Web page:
Cape Town - There are low levels of compliance with black economic empowerment (BEE) laws in large sectors of the economy, MPs heard on Tuesday.
These included agriculture, manufacturing, and retail, trade and industry director general Lionel October told parliament's trade and industry portfolio committee.
He said planned changes to current BEE legislation, contained in the Broad Based Black Economic Empowerment Bill, aimed to make "fronting" a criminal offence. It would also be punishable by up to 10 years in jail.
Fronting refers to instances where, among others, companies misrepresent themselves to achieve BBBEE status. This is done by either falsely appointing black people, or listing them as shareholders.
October said the bill sought to deal with more than just "crude fronting".
"That's not the big problem... you have sophisticated bypassing of the law. We're not just trying to deal with crude non-compliance or fronting, but also [with] sophisticated circumvention."
The intention of the draft legislation was to link BEE more closely to the overall goals of increasing employment, expanding the productive sectors of the economy, and reducing inequality.
This was necessary because census results showed white household income was more than five times that of black households.
"We need to address the central challenge of inequality by expanding our entrepreneurial base, our productive base, and integrating black business into the mainstream," October said.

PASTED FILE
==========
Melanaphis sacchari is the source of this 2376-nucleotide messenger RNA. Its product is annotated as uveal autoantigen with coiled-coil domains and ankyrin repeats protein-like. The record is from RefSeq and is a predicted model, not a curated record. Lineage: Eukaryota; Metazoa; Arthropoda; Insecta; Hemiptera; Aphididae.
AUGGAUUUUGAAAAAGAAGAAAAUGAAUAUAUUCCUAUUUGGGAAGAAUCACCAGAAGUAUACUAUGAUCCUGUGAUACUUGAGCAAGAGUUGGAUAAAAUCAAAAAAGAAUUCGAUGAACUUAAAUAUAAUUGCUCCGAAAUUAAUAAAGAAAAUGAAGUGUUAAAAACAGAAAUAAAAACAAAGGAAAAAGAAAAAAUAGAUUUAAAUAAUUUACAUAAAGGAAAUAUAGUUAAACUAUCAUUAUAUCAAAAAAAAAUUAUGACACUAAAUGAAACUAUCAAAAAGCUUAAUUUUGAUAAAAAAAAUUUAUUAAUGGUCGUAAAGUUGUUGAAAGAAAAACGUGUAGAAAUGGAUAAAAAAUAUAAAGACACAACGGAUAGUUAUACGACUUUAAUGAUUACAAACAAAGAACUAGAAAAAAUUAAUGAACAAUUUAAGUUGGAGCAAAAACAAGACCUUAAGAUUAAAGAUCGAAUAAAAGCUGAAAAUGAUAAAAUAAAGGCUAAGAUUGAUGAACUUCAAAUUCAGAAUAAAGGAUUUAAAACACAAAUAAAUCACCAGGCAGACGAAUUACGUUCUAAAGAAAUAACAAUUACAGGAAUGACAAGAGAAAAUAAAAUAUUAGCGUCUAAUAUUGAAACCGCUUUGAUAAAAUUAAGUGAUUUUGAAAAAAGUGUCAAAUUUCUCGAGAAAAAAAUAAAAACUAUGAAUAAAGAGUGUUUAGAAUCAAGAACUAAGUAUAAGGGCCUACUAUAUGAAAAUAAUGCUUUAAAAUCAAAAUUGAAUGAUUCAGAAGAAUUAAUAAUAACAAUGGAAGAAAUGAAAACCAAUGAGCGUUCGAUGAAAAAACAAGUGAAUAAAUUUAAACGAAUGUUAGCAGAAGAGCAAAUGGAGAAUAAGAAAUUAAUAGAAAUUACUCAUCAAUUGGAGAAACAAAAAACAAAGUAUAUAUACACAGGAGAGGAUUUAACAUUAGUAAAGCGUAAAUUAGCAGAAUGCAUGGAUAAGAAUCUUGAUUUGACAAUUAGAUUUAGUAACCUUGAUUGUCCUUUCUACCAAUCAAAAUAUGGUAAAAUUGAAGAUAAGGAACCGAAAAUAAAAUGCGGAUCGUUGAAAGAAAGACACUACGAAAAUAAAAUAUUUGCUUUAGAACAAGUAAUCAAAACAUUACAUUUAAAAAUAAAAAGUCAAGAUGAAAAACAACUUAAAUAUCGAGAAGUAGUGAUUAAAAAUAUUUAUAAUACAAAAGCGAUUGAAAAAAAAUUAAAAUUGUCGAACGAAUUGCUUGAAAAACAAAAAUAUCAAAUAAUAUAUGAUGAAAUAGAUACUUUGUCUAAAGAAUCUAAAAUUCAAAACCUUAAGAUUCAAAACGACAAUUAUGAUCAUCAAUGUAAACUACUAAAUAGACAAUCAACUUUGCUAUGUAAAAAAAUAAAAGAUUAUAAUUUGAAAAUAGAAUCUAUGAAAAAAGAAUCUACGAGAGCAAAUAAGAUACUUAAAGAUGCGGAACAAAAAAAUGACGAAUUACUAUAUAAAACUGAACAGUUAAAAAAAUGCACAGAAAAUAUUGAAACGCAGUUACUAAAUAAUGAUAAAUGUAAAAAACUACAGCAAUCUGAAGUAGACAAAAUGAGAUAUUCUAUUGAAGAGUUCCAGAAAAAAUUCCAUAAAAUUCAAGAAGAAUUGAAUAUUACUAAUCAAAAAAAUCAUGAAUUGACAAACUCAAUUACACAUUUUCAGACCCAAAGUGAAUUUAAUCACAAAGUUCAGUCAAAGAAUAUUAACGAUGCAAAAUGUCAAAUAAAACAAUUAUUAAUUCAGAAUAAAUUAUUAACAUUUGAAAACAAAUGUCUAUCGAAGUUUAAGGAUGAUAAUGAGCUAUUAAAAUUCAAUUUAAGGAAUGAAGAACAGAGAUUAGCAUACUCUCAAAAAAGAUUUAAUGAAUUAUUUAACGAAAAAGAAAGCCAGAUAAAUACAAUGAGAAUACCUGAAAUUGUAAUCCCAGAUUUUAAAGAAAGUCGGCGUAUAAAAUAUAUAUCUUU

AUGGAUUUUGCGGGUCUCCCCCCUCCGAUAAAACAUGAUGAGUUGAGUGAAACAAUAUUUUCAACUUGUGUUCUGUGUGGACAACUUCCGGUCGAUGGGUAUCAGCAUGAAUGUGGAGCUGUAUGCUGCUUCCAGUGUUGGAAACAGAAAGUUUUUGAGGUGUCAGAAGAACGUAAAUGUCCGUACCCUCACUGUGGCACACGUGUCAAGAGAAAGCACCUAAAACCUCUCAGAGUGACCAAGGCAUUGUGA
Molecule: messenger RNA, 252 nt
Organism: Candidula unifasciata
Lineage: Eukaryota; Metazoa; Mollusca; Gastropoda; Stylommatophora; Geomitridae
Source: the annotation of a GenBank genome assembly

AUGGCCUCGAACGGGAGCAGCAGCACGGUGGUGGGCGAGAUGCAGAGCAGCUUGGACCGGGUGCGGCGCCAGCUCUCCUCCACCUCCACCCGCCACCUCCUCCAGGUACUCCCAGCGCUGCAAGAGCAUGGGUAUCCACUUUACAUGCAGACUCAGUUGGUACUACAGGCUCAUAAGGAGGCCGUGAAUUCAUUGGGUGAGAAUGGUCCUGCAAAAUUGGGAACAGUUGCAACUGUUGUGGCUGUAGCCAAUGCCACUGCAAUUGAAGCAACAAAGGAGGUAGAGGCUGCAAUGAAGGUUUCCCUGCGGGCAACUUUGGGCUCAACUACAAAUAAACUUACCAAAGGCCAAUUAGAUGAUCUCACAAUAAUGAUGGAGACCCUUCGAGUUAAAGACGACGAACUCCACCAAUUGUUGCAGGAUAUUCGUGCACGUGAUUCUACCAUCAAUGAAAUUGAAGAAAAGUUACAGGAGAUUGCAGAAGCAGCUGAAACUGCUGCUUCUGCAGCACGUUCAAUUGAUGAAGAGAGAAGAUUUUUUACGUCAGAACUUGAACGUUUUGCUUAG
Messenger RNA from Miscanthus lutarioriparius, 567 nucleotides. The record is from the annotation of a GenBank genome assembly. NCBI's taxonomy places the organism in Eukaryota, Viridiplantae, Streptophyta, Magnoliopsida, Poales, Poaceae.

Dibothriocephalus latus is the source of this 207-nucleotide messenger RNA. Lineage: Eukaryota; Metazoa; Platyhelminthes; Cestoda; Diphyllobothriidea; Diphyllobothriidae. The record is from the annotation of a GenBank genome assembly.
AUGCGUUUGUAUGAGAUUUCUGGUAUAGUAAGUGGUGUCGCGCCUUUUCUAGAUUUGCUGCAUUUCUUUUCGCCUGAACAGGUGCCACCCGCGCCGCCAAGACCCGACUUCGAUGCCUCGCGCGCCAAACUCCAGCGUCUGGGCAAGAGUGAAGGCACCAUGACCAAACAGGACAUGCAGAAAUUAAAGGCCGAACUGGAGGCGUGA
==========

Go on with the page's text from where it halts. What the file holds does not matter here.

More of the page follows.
It was hoped the amendments would take BEE to a new level of ownership, specifically in sectors lacking empowerment.
"While, for example, we see strong BEE in the information technology sector, in the communications sector and in the finance sector, we find very low levels of BEE in the agriculture, manufacturing and retail sectors."
He said more opportunities needed to be created for black industrialists.
"We're giving more points to procurement and enterprise development, but we're also trying to link procurement and enterprise development... It's no use training people and just giving them the finance if you don't give them market opportunities."
October said a new act would lead to the establishment of a BEE commission to monitor compliance.
"Unless you have proper monitoring, evaluation and reporting systems in place, it's difficult to monitor the actions of people; but also you have no sense of whether you're moving in the right direction, [or] what's the real impact of BEE," he said.
He said the aim was not to create a new bureaucracy, but to have an independent commissioner and commission, which would operate from within existing department infrastructure.
The commission would investigate allegations of fronting, either on its own, or after receiving complaints.
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